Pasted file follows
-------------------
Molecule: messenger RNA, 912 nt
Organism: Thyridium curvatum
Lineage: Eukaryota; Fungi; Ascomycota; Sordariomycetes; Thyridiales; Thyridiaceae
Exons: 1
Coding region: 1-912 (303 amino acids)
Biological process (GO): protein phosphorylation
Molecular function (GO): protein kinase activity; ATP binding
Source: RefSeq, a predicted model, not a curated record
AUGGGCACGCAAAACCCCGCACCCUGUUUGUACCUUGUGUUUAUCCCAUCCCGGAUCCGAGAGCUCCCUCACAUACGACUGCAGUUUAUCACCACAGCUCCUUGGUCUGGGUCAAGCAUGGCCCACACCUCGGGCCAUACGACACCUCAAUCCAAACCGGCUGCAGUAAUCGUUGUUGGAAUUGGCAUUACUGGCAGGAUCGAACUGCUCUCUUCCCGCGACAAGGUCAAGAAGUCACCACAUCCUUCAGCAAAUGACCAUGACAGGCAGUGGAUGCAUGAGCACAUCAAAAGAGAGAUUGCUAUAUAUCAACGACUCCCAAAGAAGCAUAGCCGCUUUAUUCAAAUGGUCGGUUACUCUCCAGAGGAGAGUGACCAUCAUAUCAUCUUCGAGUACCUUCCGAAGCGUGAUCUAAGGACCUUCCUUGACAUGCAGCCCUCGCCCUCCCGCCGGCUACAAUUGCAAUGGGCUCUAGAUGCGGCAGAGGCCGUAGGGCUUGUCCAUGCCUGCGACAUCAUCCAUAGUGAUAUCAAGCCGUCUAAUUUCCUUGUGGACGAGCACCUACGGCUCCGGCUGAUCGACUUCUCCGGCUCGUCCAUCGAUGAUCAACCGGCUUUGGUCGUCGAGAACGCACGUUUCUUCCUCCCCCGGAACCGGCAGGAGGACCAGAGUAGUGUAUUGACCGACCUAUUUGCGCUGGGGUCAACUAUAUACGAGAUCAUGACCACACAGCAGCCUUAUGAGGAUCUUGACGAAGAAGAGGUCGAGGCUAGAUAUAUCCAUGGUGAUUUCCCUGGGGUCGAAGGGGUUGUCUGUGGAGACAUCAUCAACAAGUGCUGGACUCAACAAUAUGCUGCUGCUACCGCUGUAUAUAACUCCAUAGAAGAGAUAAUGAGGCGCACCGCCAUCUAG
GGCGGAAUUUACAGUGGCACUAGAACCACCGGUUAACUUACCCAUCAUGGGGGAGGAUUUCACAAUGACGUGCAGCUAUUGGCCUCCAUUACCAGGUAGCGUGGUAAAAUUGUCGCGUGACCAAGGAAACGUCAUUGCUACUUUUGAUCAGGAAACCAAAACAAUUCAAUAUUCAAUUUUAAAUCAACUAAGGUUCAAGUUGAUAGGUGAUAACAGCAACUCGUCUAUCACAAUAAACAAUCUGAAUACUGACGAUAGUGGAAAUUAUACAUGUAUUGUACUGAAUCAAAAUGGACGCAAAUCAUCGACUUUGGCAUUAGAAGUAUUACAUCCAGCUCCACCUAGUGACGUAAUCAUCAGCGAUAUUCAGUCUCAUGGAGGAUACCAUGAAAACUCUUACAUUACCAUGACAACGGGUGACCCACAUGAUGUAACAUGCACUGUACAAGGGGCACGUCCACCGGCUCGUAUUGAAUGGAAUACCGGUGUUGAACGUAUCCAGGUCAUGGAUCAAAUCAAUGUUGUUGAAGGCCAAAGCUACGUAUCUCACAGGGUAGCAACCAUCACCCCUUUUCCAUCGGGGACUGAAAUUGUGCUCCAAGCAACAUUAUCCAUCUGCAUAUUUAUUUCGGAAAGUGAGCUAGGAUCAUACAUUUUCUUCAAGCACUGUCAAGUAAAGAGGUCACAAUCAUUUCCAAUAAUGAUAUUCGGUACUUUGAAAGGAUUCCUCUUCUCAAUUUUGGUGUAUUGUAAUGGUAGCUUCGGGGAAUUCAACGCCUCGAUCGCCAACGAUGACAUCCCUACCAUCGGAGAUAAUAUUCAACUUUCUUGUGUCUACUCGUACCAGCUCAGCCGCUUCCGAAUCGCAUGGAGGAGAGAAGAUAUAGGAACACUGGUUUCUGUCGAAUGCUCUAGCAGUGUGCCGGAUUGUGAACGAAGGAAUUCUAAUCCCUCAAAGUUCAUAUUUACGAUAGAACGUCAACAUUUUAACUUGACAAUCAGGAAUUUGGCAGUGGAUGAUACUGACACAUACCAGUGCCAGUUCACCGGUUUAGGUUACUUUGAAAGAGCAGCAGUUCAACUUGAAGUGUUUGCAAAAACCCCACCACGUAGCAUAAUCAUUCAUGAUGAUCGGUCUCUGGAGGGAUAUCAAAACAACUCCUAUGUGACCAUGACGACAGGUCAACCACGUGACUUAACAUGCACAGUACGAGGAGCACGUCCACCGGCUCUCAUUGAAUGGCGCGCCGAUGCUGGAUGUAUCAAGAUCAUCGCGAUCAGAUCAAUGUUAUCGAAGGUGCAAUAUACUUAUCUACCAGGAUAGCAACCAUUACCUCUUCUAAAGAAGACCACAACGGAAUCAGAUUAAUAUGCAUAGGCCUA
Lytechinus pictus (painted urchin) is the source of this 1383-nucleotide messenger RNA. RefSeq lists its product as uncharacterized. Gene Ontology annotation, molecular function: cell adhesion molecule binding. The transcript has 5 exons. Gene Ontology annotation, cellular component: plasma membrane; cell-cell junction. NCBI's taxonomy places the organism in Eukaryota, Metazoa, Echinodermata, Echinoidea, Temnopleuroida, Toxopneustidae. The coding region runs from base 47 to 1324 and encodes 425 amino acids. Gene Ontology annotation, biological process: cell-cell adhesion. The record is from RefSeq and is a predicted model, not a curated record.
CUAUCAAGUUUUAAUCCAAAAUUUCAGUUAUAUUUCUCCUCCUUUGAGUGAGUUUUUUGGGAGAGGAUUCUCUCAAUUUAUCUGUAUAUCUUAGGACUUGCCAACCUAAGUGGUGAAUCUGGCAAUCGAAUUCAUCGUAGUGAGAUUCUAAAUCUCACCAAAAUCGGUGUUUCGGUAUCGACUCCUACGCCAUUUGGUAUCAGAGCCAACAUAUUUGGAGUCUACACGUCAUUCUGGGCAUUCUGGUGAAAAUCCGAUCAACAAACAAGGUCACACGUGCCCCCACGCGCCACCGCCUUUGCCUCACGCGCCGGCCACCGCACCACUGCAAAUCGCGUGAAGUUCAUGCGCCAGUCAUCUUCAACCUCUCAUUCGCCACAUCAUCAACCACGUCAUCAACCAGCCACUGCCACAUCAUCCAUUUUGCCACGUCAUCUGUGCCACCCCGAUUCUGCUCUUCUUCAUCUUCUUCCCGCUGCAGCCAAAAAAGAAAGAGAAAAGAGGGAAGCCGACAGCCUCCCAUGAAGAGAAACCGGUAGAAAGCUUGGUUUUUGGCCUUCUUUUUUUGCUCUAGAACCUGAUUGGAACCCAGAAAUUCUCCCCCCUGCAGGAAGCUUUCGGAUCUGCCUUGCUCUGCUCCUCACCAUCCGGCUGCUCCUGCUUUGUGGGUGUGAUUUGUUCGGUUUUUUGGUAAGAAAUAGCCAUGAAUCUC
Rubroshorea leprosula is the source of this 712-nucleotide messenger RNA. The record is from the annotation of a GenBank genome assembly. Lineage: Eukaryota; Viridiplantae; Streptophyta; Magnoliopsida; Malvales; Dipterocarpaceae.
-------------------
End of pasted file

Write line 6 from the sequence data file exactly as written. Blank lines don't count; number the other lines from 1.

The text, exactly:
Biological process (GO): protein phosphorylation